The numerical results can be presented in a table with a row for each particle and columns for each calculated particle parameter. The bottom of the table may contain statistical values such as mean and standard deviation for each particle parameter. Histogram charts for all calculated parameter is important for getting an impression of the distribution and scatter diagrams showing the correlation between selected parameters is also valuable.
Various display modes for the detected features including Contour, Filled, Fiber, Skeleton and Semitransparent Mode is available in the SPIP software. Furthermore, the particles can be colored by a specific parameter such as height, area or aspect ratio, or by their class.
The image shows an AFM image of DNA strands adsorbed to a mica substrate. The individual DNA strands have been detected and indicated by different colors their lengths have been measured using Particle Analysis.
Classification of particles
When having different type of particles in an image it might often be interesting to classify them
and perform statistical calculations and counting of each class. Your software may allow you to define the classes based on value ranges for selected particle parameters.
Batch processing and automation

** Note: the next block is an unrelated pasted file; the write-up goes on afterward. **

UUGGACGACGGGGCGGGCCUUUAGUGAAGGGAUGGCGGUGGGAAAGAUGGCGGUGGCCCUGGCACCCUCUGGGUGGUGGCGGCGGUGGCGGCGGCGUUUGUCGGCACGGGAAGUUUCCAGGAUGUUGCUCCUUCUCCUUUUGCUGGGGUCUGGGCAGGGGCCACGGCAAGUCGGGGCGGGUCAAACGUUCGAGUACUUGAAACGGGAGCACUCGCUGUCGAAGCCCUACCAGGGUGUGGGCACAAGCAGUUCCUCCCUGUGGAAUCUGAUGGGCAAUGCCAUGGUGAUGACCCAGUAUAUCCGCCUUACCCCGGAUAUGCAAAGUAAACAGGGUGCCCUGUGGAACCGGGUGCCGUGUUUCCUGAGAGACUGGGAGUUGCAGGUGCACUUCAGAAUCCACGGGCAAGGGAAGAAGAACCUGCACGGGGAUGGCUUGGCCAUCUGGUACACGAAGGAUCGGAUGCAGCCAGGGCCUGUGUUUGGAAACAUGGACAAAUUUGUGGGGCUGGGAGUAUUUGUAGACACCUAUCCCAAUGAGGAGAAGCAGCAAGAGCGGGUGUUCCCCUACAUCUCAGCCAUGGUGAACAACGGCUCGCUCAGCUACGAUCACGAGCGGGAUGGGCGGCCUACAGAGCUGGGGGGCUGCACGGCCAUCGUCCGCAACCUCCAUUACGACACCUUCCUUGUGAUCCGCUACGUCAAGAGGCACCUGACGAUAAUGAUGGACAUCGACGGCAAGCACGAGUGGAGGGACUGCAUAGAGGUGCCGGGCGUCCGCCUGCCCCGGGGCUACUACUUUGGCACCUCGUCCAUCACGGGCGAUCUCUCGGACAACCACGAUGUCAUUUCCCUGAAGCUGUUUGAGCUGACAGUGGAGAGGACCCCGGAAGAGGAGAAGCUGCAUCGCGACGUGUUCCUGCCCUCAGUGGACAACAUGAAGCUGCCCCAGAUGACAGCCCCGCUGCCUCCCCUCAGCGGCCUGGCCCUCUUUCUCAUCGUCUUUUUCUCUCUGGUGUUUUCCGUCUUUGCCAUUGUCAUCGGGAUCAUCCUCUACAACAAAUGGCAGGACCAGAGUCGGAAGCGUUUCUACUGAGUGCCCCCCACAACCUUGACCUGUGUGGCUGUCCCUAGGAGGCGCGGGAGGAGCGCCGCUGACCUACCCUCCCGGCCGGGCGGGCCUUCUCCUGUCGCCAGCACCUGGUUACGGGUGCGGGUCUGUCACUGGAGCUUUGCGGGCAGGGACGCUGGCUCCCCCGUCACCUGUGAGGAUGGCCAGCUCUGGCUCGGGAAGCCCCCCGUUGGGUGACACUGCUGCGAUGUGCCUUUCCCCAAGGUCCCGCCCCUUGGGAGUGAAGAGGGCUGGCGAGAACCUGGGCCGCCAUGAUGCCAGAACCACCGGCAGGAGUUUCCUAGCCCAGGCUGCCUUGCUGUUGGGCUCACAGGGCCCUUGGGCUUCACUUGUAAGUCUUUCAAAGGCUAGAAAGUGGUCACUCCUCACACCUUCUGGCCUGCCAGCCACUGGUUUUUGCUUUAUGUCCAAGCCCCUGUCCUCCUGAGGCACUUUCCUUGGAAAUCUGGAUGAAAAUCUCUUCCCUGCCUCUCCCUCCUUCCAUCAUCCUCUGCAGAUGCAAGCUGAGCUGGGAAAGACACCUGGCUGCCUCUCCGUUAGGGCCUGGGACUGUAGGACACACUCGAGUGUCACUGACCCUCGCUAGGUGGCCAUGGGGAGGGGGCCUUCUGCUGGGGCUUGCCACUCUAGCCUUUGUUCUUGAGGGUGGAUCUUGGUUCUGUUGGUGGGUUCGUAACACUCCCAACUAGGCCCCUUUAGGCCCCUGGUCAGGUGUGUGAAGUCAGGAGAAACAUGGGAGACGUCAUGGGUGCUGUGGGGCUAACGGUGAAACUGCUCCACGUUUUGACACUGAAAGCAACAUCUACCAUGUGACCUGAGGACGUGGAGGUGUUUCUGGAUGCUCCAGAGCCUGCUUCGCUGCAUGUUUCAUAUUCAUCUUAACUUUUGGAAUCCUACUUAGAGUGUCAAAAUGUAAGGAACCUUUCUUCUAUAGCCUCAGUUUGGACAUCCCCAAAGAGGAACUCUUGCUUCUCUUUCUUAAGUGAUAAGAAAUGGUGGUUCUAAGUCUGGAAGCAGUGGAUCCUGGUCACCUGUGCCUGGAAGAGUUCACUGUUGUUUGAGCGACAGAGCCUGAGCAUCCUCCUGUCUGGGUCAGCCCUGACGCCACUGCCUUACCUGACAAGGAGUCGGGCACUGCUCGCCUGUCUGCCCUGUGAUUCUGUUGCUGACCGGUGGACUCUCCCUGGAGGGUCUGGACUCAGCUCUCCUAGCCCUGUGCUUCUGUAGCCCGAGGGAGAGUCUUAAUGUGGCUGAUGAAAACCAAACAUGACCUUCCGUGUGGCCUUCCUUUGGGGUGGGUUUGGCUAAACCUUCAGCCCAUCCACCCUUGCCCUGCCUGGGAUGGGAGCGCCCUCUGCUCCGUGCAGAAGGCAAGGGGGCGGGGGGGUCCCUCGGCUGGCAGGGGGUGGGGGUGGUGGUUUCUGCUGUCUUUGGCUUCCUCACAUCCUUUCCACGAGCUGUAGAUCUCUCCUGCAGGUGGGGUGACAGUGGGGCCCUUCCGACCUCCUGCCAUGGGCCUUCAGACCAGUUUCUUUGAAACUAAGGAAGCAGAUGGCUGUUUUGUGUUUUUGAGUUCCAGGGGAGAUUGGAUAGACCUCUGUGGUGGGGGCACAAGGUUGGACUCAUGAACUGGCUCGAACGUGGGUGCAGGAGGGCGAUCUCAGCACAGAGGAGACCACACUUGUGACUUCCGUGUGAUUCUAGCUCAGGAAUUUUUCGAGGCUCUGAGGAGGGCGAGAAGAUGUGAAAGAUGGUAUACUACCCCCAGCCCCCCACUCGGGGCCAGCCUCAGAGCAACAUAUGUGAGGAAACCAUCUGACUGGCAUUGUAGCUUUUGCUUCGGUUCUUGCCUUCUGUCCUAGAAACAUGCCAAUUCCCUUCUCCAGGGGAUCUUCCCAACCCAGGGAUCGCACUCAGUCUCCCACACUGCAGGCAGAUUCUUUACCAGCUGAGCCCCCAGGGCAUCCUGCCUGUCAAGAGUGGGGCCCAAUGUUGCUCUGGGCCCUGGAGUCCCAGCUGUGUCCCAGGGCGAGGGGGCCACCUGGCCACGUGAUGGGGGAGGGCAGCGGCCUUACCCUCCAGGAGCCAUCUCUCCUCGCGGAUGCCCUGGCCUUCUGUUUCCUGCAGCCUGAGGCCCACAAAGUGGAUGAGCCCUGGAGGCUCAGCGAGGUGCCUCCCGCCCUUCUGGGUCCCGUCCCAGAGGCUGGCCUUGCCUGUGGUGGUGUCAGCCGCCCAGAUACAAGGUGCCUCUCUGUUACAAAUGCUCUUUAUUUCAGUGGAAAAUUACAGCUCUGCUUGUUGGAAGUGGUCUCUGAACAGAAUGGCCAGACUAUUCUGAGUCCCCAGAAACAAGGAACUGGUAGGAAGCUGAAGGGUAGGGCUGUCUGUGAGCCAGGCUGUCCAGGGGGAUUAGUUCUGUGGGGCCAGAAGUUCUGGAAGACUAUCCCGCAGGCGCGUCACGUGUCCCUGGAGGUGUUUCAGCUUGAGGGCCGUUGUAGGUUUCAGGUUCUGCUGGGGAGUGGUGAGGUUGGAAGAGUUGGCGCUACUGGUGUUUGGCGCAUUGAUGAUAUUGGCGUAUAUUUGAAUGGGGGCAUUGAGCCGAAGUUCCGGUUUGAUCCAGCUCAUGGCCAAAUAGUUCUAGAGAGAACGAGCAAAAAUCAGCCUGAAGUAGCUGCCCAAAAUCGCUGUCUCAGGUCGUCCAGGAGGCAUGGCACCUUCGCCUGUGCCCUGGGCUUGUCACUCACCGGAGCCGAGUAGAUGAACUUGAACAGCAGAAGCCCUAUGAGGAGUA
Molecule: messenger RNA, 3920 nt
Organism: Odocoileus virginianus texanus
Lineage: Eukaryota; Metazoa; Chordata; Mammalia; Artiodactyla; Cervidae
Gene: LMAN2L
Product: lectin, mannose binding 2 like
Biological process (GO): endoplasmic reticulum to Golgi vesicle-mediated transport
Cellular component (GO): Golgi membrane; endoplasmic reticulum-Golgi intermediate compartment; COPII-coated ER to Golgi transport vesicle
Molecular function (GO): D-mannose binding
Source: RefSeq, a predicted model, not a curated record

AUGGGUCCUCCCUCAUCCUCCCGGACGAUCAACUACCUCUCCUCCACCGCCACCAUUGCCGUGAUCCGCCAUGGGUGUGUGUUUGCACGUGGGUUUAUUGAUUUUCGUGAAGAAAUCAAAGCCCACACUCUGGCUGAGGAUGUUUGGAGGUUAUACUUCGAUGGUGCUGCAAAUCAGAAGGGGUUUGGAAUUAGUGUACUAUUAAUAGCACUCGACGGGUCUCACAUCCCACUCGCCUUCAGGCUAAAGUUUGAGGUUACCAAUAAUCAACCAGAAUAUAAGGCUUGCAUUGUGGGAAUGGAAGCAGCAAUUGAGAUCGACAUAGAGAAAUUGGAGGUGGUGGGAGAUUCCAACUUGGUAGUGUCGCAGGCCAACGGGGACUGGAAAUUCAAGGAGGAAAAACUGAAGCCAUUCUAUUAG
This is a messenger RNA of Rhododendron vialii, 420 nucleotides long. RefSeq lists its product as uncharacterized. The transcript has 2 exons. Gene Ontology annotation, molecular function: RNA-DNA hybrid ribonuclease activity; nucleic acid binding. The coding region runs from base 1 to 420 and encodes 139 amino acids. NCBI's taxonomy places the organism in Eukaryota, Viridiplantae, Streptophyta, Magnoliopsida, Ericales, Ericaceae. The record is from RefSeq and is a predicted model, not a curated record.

While software for particle analysis in is self might be a time saver, automation and batch processing can really make you work efficiently with your particle analysis. To handle many images and getting statistical significance it is valuable to have a tool that can batch process the images automatically and generate detailed reports containing images with the detected particle overlaid, tables, charts and summary.
Which software to use for particle analysis?
There are more software packages available for particle analysis both freeware and professional. When selecting the tool that suit your demands you should consider the following characteristics:
- Easy to install and maintain
- Intuitive and easy to use
- Generates reliable results
- Nice and convincing presentation of results
- Professional support
- Productivity advantage
- Support for your image files formats
To learn more about the variety of tools available in the SPIP software package you may visit our description of the Particle and Pore Analysis module
Particle analysis of images is included in the Particle & Pore Analysis Module of the SPIP software package
With the Particle & Pore Analysis Module it becomes easy to detect and quantify particles, pores, grains, and other image features with boundaries. Features of any shape and size can be detected on virtually any surface.
Particle & Pore Analysis is applied for detecting and quantifying features such as particles, pores, grains, surface defects, cells, contamination, pits, pillars etc. This feature is therefore very versatile and finds use in quality assurance, production optimization, general exploratory research and other areas.
Watch the video tutorial and learn how easy it can be to detect and analyze particles.